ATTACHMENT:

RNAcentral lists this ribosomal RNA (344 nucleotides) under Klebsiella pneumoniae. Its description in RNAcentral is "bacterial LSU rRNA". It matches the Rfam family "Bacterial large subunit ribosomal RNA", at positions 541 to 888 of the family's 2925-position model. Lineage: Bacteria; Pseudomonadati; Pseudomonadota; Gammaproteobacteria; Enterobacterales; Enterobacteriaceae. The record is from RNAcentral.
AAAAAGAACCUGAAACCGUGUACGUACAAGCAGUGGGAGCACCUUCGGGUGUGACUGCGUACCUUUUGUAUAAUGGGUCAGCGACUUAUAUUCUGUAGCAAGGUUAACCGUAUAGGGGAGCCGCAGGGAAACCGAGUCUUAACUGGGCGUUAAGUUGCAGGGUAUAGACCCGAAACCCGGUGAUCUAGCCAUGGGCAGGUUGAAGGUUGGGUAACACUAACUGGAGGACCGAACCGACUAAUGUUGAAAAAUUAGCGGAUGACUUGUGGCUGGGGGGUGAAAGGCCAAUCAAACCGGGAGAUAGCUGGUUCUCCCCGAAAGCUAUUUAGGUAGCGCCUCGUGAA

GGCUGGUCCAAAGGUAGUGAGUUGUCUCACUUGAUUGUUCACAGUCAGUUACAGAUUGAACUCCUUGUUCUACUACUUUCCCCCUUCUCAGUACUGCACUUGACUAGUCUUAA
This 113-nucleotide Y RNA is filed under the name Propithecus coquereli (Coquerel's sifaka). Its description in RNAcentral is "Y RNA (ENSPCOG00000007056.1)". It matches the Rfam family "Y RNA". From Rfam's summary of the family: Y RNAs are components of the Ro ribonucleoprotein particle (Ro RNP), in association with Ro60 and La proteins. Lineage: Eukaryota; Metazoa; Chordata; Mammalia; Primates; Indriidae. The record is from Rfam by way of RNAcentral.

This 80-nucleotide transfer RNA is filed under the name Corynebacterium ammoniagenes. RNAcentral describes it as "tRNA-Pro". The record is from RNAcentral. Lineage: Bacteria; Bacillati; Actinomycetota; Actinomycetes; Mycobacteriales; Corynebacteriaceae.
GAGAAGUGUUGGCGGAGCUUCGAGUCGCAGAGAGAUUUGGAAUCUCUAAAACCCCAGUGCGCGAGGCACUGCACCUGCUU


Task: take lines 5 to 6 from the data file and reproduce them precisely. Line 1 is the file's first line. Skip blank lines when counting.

This 80-nucleotide transfer RNA is filed under the name Corynebacterium ammoniagenes. RNAcentral describes it as "tRNA-Pro". The record is from RNAcentral. Lineage: Bacteria; Bacillati; Actinomycetota; Actinomycetes; Mycobacteriales; Corynebacteriaceae.
GAGAAGUGUUGGCGGAGCUUCGAGUCGCAGAGAGAUUUGGAAUCUCUAAAACCCCAGUGCGCGAGGCACUGCACCUGCUU